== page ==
This enhanced ACTN architecture is known as ACTN Fine-Grain Network Management (ACTN FGNM). It provides an evolution path for FCAPS OSS functions from Common Object Request Broker Architecture (CORBA) [CORBA] interfaces and the MTOSI architecture, to IETF YANG-based models and RESTful APIs.

1.1. FCAPS Transport Network Management Approaches

ITU-T G.805 [G-805] specifies the architecture and framework for the management of transport (i.e., sub-IP) networks. G.805 provides guidelines and principles for managing network resources and services in a coordinated and efficient manner.

The TM Forum (TMF) has developed its own set of standards and frameworks for managing telecommunications networks and services. Specifically, the TMF developed the Telecommunications Management Network (TMN) model and informed the ITU-T M.3060 [M-3060] to align with G.805. TMN is a framework that defines a comprehensive set of management functions and interfaces for network operations and service management, that is, FCAPS.

More recently, ITU-T M.3041 [M-3041] introduced a framework for smart operation, management, and maintenance (SOMM). In M.3041 provides the characteristics, scenarios, and the functional architecture of SOMM to support service operation, network management, and infrastructure maintenance for both traditional physical networks and for software-defined networking, and network function virtualisation (non-SDN/VFN), and SDN/NFV aware networks.

This document shows how the ACTN architecture can accommodate the principles of G.805 and M.3041 to include FCAPS capabilities. It outlines existing IETF mechanisms, protocols and data models, and indicates requirements where gaps exist.

1.2. Configuration Management

MTOSI [MTOSI] is a standard in the telecommunications industry that provides a common framework for operations support systems (OSS) to interact with various network elements and technologies. It defines a set of standardized interfaces and protocols to enable the integration of different OSS components.

It contains several capabilities and key features:

  • Service Management: It focuses on service management, allowing operators to efficiently provision, activate, and manage services on the network;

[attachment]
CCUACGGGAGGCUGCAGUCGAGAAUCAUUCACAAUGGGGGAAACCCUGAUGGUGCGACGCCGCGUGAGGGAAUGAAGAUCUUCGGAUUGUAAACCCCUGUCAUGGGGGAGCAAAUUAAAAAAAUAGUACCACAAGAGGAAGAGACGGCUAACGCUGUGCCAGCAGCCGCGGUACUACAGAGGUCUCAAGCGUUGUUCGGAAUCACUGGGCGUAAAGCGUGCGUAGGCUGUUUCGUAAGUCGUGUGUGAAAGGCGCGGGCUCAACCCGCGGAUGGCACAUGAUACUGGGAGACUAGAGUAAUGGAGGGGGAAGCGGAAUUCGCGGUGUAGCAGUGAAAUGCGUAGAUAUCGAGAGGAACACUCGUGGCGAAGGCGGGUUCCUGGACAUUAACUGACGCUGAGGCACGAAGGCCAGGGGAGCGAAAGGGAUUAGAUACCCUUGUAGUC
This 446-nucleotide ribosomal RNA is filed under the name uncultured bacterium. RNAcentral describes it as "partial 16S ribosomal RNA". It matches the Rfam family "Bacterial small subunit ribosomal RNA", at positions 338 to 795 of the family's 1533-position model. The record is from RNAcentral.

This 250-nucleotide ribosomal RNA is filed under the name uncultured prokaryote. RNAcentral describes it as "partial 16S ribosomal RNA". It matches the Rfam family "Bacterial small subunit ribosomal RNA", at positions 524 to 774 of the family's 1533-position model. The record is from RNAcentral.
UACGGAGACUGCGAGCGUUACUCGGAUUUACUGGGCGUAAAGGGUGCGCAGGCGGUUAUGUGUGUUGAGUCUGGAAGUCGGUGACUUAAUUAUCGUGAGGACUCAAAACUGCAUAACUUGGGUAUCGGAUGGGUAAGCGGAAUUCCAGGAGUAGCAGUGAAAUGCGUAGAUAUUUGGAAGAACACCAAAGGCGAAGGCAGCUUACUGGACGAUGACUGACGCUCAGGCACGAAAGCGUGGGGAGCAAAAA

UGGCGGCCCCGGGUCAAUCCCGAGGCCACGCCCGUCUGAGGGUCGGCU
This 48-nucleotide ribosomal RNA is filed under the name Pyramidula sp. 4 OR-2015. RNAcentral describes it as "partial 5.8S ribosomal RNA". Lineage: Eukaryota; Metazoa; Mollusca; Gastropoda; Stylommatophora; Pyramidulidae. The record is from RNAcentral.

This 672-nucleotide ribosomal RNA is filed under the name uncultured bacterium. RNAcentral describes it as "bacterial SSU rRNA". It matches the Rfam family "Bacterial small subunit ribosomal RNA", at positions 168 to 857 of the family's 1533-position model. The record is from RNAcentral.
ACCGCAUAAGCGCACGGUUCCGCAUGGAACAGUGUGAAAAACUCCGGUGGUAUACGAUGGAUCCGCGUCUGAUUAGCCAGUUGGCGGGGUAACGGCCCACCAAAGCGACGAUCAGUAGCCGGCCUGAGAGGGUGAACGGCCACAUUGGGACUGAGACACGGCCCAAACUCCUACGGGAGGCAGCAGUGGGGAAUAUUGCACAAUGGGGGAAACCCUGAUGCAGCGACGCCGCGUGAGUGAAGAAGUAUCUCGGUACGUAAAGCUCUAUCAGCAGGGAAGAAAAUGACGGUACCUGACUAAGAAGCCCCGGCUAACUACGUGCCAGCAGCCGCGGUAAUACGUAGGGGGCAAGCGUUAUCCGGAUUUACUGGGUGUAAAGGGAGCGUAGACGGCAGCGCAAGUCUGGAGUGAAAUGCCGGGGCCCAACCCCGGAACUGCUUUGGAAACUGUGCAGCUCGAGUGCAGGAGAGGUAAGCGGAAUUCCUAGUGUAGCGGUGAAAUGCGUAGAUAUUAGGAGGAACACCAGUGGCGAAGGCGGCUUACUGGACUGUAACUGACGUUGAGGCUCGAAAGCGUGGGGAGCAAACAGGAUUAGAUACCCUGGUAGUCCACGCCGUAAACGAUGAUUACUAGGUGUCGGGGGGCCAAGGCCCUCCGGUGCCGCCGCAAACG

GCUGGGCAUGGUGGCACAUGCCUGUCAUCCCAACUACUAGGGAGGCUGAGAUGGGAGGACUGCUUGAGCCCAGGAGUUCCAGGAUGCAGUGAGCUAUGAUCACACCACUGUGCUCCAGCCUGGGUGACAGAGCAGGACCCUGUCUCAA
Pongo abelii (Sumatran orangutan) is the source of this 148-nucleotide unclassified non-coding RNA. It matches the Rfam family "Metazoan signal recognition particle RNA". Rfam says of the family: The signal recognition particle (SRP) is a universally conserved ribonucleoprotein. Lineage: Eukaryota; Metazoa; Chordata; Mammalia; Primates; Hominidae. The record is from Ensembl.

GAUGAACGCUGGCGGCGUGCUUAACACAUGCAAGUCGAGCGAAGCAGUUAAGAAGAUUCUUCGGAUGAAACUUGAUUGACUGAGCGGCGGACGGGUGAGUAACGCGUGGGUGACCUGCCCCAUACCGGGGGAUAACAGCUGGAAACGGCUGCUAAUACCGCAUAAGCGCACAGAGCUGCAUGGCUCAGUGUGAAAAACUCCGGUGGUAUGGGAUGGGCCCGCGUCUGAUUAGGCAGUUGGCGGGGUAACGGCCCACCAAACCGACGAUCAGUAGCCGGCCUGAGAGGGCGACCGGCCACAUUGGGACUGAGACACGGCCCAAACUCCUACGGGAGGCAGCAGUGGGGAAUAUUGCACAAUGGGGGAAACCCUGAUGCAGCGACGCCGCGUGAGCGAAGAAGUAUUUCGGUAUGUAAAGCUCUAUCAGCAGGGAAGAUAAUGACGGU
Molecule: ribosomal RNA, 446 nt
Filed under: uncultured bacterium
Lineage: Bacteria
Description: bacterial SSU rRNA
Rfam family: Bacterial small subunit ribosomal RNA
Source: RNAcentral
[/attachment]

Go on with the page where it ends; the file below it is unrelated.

• Interoperability: MTOSI promotes interoperability between different vendors' OSS components, reducing the complexity of integrating heterogeneous network elements;

  • Common Data Model: It defines a common data model for information exchanged between OSS components, ensuring consistency and accuracy in operations.

These features must be introduced into ACTN as ACTN FGNM, to enable automation of operations, which is crucial for managing large, multi-technology, complex, telecommunications networks.

Increasingly, network OSSes will require atomic-level views of network devices and interfaces, instead of only abstracted views and interactions. This will allow ACTN-based systems to leverage inventory management, device-level and interface-level views, and network configuration operations, via RESTful APIs instead of legacy CORBA-based APIs.

1.3. Service Assurance

Service Assurance refers to the activities and processes that ensure the quality, availability, and performance of services delivered by a network. It monitors and manages the end-to-end service experience, and meets Service Level Agreements (SLAs) and customer expectations.

By applying RESTful FCAPS functions to the ACTN framework, network operators and service providers can address different aspects of network management to support Service Assurance. This helps them detect and resolve faults, manage configurations, track resource usage, optimise performance, and enhance security, all of which contributes to delivering reliable and high-quality services to customers.